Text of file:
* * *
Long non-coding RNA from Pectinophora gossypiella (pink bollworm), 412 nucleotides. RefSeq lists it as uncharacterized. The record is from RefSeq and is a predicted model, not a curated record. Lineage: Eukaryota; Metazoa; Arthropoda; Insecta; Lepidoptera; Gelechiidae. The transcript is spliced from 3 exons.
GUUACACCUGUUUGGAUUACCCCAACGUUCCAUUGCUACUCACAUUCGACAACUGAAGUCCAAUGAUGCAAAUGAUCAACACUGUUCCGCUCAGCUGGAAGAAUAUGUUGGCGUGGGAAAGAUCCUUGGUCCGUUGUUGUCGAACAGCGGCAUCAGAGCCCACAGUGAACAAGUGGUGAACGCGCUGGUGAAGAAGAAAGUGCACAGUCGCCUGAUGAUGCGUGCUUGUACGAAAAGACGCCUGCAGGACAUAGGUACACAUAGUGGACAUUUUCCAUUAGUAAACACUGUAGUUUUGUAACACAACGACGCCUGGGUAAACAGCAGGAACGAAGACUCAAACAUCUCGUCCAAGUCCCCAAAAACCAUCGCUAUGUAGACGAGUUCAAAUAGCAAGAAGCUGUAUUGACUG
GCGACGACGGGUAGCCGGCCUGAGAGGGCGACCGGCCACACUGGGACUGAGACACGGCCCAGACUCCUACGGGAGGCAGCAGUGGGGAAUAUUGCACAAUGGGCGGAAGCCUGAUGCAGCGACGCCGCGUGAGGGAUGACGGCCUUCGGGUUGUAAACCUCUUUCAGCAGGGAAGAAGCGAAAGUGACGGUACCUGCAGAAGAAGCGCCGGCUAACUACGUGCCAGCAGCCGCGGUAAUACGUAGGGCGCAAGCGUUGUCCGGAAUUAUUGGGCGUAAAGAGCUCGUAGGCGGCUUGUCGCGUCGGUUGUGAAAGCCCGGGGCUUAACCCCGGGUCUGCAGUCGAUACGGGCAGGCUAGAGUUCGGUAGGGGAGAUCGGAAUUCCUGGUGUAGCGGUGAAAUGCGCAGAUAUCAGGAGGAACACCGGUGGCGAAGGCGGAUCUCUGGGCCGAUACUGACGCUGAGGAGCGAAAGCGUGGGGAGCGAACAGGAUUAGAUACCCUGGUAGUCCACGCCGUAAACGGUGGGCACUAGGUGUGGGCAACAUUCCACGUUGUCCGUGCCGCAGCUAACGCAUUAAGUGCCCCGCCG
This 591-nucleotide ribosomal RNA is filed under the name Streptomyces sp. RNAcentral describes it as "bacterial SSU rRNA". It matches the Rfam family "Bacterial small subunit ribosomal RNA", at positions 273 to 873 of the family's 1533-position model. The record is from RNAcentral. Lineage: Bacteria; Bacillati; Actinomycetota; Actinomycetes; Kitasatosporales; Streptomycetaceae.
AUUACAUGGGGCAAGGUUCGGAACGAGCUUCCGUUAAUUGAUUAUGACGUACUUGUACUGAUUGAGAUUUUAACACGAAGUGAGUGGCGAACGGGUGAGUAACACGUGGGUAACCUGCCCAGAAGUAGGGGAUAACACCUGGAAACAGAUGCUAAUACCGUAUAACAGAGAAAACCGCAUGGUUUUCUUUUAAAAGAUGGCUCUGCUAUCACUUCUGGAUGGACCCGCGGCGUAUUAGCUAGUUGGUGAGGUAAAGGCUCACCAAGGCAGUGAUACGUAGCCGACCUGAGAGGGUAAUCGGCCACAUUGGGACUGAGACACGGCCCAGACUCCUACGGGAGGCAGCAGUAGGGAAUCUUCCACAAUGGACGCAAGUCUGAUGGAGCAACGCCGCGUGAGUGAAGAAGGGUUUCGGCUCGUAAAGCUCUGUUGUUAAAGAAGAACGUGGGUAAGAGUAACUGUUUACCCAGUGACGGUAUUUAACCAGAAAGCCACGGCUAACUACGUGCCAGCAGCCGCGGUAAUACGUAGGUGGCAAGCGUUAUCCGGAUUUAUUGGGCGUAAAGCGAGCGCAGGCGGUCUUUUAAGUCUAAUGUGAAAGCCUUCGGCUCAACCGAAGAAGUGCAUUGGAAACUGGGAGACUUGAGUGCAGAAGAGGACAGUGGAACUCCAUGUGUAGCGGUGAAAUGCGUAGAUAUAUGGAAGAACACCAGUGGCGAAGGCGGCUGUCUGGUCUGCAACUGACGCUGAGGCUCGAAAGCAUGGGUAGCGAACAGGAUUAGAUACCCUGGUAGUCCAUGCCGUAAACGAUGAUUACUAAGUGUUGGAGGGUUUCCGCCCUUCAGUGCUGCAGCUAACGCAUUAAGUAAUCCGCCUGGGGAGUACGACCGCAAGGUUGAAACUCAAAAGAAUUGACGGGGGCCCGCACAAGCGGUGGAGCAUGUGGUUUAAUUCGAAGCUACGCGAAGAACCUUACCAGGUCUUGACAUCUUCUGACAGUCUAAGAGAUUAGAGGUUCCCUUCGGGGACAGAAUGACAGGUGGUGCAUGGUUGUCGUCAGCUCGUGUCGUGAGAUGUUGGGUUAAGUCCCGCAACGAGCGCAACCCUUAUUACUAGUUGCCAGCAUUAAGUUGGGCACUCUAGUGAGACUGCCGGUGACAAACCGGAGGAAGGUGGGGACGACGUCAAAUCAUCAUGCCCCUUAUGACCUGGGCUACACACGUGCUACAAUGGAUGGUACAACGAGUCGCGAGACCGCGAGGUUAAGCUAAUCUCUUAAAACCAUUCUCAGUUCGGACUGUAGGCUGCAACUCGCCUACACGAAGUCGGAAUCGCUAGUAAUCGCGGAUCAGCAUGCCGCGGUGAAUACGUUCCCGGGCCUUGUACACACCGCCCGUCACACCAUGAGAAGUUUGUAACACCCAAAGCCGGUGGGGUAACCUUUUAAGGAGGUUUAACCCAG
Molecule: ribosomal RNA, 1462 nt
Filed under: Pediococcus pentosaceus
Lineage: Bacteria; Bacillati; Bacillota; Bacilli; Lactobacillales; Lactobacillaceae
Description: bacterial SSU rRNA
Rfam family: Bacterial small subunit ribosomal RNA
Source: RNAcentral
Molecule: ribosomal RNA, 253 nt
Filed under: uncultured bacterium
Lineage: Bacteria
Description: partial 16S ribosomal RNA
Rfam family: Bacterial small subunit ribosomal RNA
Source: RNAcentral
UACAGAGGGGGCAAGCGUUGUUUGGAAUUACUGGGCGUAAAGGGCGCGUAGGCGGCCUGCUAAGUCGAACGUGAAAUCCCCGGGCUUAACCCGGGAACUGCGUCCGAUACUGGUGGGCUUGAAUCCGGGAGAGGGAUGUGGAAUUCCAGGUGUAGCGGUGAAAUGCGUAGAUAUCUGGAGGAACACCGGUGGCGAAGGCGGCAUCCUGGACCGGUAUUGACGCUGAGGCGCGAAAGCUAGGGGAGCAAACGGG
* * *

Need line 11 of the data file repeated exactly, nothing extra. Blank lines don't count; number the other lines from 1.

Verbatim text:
Source: RNAcentral